When patients with classical Hodgkin lymphoma (cHL) achieve complete remission after frontline therapy, they can either undergo clinical surveillance or routine surveillance imaging. According to a study published in Cancer and partly presented at the 2014 American Society of Clinical Oncology Annual Meeting, there was not a significant difference in survival rate for patients who underwent clinical surveillance and those who underwent routine surveillance imaging.
Sai Ravi Pingali, MD, and researchers at the University of Nebraska analyzed 241 patients who were diagnosed with cHL and achieved complete remission after frontline therapy. The 174 patients in the routine surveillance imaging group underwent computed tomography and/or positron emission tomography scans. The 67 patients in the clinical surveillance group underwent clinical examinations, laboratory studies, and scans that were only taken due to concerning signs or symptoms.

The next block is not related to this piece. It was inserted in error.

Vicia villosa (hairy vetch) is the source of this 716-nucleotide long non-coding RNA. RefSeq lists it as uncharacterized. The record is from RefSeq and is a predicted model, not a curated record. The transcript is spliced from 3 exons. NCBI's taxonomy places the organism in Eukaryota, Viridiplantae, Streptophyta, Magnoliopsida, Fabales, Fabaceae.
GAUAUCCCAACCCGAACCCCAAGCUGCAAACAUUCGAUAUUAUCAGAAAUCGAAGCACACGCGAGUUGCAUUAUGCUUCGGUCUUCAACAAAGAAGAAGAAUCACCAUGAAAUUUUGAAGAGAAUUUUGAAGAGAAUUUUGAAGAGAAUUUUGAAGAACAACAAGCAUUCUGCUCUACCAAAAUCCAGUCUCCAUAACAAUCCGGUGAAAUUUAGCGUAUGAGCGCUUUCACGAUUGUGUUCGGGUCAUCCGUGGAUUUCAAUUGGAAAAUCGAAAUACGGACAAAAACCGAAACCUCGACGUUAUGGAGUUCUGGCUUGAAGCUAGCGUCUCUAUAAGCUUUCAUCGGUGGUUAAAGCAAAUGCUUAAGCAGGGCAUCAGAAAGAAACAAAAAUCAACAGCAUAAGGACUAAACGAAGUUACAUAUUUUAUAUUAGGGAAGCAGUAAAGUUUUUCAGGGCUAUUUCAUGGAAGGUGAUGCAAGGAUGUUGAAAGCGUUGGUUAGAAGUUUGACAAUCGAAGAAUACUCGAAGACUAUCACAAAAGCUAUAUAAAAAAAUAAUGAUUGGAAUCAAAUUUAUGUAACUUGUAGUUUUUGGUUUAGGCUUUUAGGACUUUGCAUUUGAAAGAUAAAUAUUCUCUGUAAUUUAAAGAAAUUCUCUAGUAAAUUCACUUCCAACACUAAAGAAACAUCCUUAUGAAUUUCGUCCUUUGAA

After 5 years, the results showed that the routine surveillance imaging group had an overall survival rate of 97% while the clinical surveillance group had an overall survival rate of 9%. Although there were a few relapses, the relapsed patients in both groups achieved complete remission after second-line therapy.
The study indicated that although routine surveillance imaging has higher imaging-related costs, its clinical benefit is on par with clinical surveillance.
The objective of this study was to compare the outcomes of patients with classical Hodgkin lymphoma (cHL) who achieved complete remission with frontline therapy and then underwent either clinical surveillance or routine surveillance imaging.
In total, 241 patients who were newly diagnosed with cHL between January 2000 and December 2010 at 3 participating tertiary care centers and achieved complete remission after first-line therapy were retrospectively analyzed. Of these, there were 174 patients in the routine surveillance imaging group and 67 patients in the clinical surveillance group, based on the intended mode of surveillance.